The land acquisition rehabilitation and resettlement bill, 2012

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We have long heard tales of stupendous conflicts between farmers, developers and government regarding acquisition of land for development purposes. The echoes of these stories are so profound that no one can give them a miss at all. Farmers give land to the developers, developers buy that land and create resources for development, and consequently government intervenes and creates a scope of growth within the defined parameters. But, the situation is totally contrasting than it sounds; also the repercussions of this process are very extensive leading to its impact being manifolds. No one has been able to stream away from the discrepancies in this system.

Uncovering the process

Land acquisition refers to the process by which government forcibly acquires private property for public purpose. The Land Acquisition Act, 1894 (1894 Act) governs all such acquisitions. Additionally, there are 16 Acts with provisions for acquisition of land in specific sectors such as railways, special economic zones, national highways, etc. The 1894 Act does not provide for Rehabilitation and Resettlement (R&R) for those affected by land acquisition. Currently, the R&R process is governed by the National R&R Policy, 2007. In this year, two bills were introduced in the Lok Sabha: one to amend the Land Acquisition Act, 1894, and the other to provide statutory status to the R&R policy. These Bills lapsed with the dissolution of the 14th Lok Sabha in 2009.

In May 2011, the National Advisory Council recommended combining the provisions of land acquisition and R&R within a single Bill. In July, 2011, the draft Land Acquisition, Rehabilitation and Resettlement (LARR) Bill was published by the Ministry of Rural Development for public comments. In September 2011, the government introduced the LARR Bill in the Lok Sabha. This Bill will replace the 1894 Act.

The core sense

LARR Bill, 2011 seeks to repeal and replace India’s Land Acquisition Act, 1894. The Bill seeks to enact a law that will apply when:

  1. Government acquires land for its own use, hold and control.
  2. Government acquires land with the ultimate purpose to transfer it for the use of private companies for stated public purpose. The purpose of the Bill includes public-private-partnership projects, but excludes land acquired for state or national highway projects.
  3. Government acquires land for immediate and declared use by private companies for public purpose.

LARR Bill, 2011 aims to establish the law on land acquisition, as well as the R&R of those directly affected by the land acquisition in India. The scope of the Bill includes all land acquisition whether it is done by the Central government of India, or any State government of India, except the state of Jammu & Kashmir.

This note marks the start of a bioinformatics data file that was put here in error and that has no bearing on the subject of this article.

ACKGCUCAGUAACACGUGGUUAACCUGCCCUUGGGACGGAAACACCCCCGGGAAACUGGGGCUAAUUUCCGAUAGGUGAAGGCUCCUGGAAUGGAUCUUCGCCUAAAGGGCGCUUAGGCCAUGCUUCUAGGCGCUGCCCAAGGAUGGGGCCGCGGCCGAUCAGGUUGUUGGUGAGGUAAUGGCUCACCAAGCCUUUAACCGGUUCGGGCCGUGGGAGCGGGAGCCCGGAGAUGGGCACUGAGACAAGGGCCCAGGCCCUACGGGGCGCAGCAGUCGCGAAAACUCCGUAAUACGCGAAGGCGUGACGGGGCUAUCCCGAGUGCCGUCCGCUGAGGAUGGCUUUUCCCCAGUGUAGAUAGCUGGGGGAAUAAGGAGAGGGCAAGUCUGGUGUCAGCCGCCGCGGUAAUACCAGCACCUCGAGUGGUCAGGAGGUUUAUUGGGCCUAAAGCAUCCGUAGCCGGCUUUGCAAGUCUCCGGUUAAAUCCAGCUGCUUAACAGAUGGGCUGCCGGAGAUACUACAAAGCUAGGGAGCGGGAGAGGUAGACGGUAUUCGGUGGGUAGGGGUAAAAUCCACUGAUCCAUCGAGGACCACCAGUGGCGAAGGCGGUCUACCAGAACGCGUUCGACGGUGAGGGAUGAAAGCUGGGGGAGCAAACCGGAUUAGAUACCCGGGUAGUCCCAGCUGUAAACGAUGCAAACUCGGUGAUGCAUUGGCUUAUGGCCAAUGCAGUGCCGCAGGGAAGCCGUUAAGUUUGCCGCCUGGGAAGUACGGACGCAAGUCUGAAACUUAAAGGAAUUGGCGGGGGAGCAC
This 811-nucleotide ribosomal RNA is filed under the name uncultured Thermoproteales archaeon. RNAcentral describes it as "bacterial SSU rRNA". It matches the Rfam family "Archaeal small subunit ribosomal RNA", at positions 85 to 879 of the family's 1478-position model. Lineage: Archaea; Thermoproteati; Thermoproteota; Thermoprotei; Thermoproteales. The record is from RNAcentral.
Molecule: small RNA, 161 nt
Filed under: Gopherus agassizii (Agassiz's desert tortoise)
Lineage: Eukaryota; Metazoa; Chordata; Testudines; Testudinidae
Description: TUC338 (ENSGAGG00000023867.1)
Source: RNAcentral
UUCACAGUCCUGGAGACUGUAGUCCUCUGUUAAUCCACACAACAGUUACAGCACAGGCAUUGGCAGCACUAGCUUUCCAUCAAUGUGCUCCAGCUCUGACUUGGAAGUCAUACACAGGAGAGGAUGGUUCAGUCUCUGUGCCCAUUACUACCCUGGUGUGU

The unwrapped facts

According to real estate experts, Cushman & Wakefield, acquiring land is a complex procedure and the archaic 1894 Act has been incompetent (for a long time) in addressing the complexities of acquisition and settlement. Recent disputes in Uttar Pradesh, West Bengal, Andhra Pradesh, Orissa and Karnataka exemplify the outcomes of disharmony among various stakeholders. The proposed LARR Bill, 2011 is a major improvement over the previous 1894 Act. Apart from offering better compensation and addressing the concerns of land owners and livelihood losers, the Bill tries to make the whole process of land acquisition easy and transparent. Key features of the bill include higher compensation for land, a comprehensive R&R package, special provisions for SCs/STs, restrictions on acquiring crop land among others. The proposals included in the Bill are likely to impact the residential and commercial property markets, though with a time lag.

The compensation plan for the land owners and livelihood losers may be an expensive proposition especially for private and smaller building companies as the Bill appears to be mostly focused on land acquisition for infrastructural projects and large scale commercial projects. Also the Bill has to be aligned to the existing land acquisition norms of various states given the fact that ‘Land’ will continue to remain a ‘State list’ item. The proposed Bill does not talk of any process streamlining, thus setting up of a medium to large scale industry may still be a very tedious process as it requires consent of 80 per cent of the project affected families resulting in active transactional negotiations with large numbers of land owners. There is a scope that unwarranted delays and higher compensations could impact infrastructure projects hindering urban growth and development.